After seeing a call for extras on a local Facebook group, Saunders said he felt compelled to join the project, as the film’s theme resonated with him. The more attention mental health issues receive, the easier it will be to deal with those issues, Saunders said, and hockey seems to be an appropriate channel through which to break existing stigmas.
“I do like the fact that hockey teams are among the few you see that, they actually stick together, they defend each other,” Saunders said. “Someone gets hit, there’s a brawl that breaks out, for better or worse.”
Extra and former Needhamite Mark Troy, of Norwell, remarked the skating rink was the place to be, as it was likely warmer than the freezing cold outside. The film is intrinsically Needham, which was all Troy needed to get involved, but its messaging is also important.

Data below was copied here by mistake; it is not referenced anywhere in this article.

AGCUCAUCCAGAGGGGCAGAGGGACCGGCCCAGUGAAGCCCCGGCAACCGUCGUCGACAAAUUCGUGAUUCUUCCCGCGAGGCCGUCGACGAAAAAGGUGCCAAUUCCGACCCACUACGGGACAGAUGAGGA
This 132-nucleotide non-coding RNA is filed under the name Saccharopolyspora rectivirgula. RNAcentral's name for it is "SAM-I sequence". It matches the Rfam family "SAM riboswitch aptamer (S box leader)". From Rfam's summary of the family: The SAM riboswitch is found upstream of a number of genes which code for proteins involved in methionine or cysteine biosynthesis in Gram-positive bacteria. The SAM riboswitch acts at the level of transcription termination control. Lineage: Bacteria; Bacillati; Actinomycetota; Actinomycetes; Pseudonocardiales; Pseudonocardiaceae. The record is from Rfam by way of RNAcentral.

“I think people should own their own mental health and be able to speak about it,” Troy said. “That’s just my wishful thinking.”
During the fundraising and promotional phase of the project, Miskin launched the social media campaign #WeSkateWithMentalHealth and recruited young and former athletes to rep Nehoiden Black Bears merchandise and share what mental health means to them.
Miskin expressed his gratitude to Needham residents, who have been “introducing the project to new heights” thanks to their support — an active online fundraiser has raised more than $30,000, and a previous Kickstarter surpassed its goal of $35,000. Bauer Hockey donated hockey equipment, Miskin said, and 47 Brand donated customized merchandise.
Though he sees plenty of NHS as an assistant coach for the boys soccer team, Miskin said returning inside his alma mater to shoot some scenes was significant.
“It’s pretty surreal filming in classrooms,” Miskin said. “It’s a lot more brand new than it was when I left.”
Needham Public Schools students expressed equal excitement for the film, Superintendent Dan Gutekanst said, as some of them appeared as extras during the scenes filmed at the school. Filmmakers approached the district last year to possibly film on location, and Gutekanst said he enjoyed welcoming a Rocket back to campus to tell a meaningful story based on NHS life.